Taylor Hyde and Scott Steffensen, Department of Psychology
Methamphetamine (METH) is a highly addictive drug of abuse and which results in serious financial, societal, and individual consequences in the United States. In 2005, METH abuse costs the country billions dollars each year. Societal and individual costs as a result of METH use are also high. Knowing how METH acts in the brain is a significant step in developing a pharmocotherapeutic treatment for METH addiction.
Per the proposal, to help solve this widespread issue, we set out to look at the mechanism of the sigma receptor (σR) in the addiction pathway, specifically looking at how it’s involved in inducing oxidative stress via reactive oxygen species (ROS), using 8-OHG as a marker for oxidative stress. We were going to use a σR antagonist group, BD 1063, versus a control group to determine the role of the σR in expressing 8-OHG during METH injection. We were then going to use a σR agonist to see if we could get more 8-OHG expression. As we got a clearer idea of the bigger picture, however, we realized that this course was becoming obsolete, so we turned our attention to looking at the interplay of the σR with one other protein in the METH pathway: the vesicular monoamine transporter (VMAT), which transports dopamine (DA) from the presynaptic cytosol into presynaptic vesicles. We specifically wanted to see if/where there were any oxidative events on the VMAT that could possibly be downstream of the σR. (Note: S-glutathionylation is another marker for oxidative stress that can be found on proteins themselves, which was important for an experiment we ran for this project).
We used immunohistochemistry. We used wild type C57BL6 mice. As a negative control, we injected saline into one group of mice. We compared this group with a METH injected group (0.1 mg/kg IV). We then used immunohistochemistry to analyze 8-OHG expression in the two groups. To do this, we sacrificed the mice, perfused the brains with paraformaldehyde, and removed the brain. After sectioning the brain, we quantified 8-OHG expression using fluorescence counts under confocal microscopy to make sure whether there indeed was greater 8-OHG expression in the METH than in the negative control group. A previous experiment had shown that during a control for oxidative stress, there as an observed oxidative event on the VMAT, an S-glutathionylation of Cys-488. We thus ran a second experiment, with the same protocol as the first, adding this time a group that had BD 1063 (the σR antagonist) pre-injected before the METH injection in order to prevent interaction between METH and the σR. Again using confocal microscopy, we then used fluorescent intensities for S-glutathionylated VMAT2 normalized against total VMAT2 intensity (n=3). This was done to show the σR’s involvement of oxidation of the VMAT.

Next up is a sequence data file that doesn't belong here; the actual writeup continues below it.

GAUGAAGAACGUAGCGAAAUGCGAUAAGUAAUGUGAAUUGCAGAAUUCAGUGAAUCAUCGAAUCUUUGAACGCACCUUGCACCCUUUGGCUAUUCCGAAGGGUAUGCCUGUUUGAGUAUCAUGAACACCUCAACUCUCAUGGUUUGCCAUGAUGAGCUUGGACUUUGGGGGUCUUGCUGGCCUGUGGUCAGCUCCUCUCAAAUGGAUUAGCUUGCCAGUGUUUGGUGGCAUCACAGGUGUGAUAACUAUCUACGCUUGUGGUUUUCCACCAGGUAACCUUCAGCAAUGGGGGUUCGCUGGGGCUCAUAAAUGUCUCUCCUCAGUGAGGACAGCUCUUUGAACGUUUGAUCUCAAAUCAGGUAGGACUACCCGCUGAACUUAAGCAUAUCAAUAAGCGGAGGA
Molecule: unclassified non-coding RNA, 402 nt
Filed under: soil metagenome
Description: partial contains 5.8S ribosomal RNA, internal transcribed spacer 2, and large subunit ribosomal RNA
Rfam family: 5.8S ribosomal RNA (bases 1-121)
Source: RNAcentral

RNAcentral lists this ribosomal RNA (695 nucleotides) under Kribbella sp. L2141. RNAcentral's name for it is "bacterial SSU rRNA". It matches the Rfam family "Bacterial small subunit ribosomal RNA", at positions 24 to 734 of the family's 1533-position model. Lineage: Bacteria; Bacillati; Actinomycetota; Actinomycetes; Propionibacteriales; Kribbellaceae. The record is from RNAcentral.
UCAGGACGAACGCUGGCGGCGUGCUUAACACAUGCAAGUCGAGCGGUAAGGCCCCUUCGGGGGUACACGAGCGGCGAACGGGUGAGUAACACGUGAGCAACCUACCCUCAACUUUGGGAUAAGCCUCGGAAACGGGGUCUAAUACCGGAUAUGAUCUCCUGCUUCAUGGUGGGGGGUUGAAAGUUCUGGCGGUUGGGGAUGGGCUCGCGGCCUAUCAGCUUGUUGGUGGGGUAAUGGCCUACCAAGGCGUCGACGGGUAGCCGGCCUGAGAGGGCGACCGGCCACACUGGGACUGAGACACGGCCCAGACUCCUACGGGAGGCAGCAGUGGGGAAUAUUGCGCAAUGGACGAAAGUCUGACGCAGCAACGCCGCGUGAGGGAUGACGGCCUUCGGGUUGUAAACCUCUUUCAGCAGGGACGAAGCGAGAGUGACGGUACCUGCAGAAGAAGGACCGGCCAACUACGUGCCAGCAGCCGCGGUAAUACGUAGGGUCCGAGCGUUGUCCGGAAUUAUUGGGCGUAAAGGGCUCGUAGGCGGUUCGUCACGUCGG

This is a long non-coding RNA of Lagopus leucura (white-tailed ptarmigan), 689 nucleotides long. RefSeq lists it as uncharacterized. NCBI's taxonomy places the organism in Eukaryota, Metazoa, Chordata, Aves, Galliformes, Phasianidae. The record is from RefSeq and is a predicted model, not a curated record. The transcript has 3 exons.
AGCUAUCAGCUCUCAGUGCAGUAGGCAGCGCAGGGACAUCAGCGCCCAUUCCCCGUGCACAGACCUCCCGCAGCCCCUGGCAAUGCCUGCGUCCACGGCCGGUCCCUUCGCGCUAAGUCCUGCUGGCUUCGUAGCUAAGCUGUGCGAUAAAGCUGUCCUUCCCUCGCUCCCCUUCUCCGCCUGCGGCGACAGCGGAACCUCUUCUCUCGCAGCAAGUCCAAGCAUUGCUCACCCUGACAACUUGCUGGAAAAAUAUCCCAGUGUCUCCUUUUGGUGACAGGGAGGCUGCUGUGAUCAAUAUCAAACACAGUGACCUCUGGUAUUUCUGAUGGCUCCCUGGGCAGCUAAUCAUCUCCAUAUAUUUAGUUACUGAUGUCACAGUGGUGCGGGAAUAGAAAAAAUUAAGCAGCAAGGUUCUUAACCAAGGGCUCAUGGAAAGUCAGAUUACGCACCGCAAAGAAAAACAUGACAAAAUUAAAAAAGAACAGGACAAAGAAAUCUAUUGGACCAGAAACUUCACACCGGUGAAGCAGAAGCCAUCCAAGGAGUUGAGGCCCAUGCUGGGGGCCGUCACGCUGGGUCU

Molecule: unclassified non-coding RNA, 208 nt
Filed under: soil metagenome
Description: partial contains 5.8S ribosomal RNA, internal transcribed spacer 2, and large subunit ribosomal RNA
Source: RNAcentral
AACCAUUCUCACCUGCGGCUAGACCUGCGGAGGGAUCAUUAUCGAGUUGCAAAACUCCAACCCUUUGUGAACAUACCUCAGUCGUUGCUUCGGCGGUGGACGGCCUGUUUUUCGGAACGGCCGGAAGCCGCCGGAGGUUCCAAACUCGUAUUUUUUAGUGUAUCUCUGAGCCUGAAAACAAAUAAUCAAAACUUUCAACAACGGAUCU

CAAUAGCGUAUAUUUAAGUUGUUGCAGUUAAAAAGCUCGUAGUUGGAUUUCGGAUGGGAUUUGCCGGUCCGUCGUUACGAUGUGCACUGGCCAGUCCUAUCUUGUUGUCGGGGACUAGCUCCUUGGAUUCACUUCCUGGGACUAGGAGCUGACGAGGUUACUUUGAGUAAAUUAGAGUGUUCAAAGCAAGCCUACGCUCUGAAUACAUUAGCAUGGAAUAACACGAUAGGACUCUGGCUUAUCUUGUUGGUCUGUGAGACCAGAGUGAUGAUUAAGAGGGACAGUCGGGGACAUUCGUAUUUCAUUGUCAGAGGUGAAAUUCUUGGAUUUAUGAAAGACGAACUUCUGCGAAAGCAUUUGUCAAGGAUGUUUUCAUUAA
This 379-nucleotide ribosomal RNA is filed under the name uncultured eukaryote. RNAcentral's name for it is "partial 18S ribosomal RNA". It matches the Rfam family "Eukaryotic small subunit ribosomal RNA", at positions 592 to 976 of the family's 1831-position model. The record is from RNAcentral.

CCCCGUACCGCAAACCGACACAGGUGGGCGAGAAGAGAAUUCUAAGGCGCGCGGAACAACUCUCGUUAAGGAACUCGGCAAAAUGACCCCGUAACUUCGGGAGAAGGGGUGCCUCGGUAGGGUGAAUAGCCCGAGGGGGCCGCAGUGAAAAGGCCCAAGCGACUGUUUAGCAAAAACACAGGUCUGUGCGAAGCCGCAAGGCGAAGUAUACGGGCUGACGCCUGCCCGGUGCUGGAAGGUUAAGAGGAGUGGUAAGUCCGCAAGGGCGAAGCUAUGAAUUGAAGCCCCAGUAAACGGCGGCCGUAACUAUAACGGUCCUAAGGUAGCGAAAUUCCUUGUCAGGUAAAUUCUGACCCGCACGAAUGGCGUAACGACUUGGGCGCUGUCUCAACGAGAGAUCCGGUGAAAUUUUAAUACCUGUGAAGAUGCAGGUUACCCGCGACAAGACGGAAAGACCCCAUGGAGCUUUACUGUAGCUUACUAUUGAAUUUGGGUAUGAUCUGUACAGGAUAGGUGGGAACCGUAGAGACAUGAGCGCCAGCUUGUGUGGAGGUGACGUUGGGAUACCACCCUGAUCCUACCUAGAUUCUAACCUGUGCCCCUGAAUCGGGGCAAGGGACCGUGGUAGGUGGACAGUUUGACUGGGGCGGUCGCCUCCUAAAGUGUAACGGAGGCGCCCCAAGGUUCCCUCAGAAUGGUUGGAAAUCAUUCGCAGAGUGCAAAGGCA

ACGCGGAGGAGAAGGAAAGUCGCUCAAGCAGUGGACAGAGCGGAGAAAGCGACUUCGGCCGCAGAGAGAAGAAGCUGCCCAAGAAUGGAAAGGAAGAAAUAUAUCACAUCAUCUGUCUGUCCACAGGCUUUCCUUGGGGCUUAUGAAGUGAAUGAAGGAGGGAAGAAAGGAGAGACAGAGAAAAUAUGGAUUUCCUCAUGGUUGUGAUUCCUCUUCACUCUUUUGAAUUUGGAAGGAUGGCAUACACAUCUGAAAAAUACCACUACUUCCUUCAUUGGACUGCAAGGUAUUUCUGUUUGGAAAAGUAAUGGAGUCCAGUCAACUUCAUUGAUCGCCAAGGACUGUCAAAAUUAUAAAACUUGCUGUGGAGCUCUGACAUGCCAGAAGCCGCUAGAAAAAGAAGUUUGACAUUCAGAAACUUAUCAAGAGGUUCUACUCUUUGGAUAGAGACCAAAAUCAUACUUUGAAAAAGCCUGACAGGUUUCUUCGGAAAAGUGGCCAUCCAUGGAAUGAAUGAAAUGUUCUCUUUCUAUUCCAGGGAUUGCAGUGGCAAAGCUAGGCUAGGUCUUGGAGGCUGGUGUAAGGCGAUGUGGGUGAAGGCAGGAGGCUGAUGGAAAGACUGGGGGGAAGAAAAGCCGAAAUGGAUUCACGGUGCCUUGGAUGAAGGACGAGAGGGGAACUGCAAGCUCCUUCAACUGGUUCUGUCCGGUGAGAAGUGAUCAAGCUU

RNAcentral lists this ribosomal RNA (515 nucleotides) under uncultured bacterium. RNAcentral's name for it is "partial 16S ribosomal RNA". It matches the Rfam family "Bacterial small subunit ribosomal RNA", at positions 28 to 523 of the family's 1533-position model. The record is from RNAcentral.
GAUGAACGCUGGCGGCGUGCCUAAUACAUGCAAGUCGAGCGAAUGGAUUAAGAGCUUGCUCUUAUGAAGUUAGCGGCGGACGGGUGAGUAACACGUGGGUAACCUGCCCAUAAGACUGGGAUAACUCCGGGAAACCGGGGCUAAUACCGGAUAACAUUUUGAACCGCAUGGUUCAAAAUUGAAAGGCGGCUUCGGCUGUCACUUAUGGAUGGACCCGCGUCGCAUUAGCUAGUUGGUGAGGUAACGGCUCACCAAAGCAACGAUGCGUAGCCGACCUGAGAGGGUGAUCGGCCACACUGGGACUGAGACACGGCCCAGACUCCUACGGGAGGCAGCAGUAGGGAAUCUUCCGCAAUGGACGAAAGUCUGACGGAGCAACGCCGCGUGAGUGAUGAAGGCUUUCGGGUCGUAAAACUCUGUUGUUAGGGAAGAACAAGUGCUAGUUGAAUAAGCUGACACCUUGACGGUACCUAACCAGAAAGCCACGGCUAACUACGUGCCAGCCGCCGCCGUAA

We saw greater expression of 8-OHG in METH injected mice than in control saline injected mice (Fig. 1, A-C). This showed that METH does indeed induce greater oxidative stress than
found at normal physiologic conditions. In the second experiment, we saw increased levels of S-glutathionylated VMAT in METH injected mice than in control mice (Fig. 1D). We also saw decreased levels of S-glutathionylated VMAT in mice pre-injected with BD 1063, even though they had also been injected with METH (Fig. 1D). This σR antagonist is blocking the oxidative event on the VMAT.
Discussion and Conclusion
While we weren’t able to test all of the things that we had proposed to do in my initial proposal, we were able to flesh out the bigger picture of what is going happening after injection of METH into the physiological system. We were able to show that METH does indeed lead to an increase in oxidative stress, presumably through formation of reactive oxygen species (ROS). We observed that blocking the σR in turn leads to decreased levels of oxidative stress that are caused by METH. With these findings, in addition to other findings involving this same system, one possible mechanism we propose for METH addiction is described in Figure 2 below. METH accesses dopaminergic terminals via the dopamine transporter (DAT) on the cell exterior, activates the σR on the endoplasmic reticulum membrane, which causes an efflux of calcium ions (Ca2+) into the cytoplasm and then into mitochondria. This Ca2+ signaling leads to increased metabolism and ROS formation. These ROS act on the VMAT to impede its function. Residual DA is then free to exit the terminal via DAT and accumulate in the synaptic cleft. Too much DA in the synaptic cleft is a hallmark of drug use. This implicates σR antagonists as potential therapeutics in drug addiction therapy. However, more research is needed to identify other possible functions of the σR.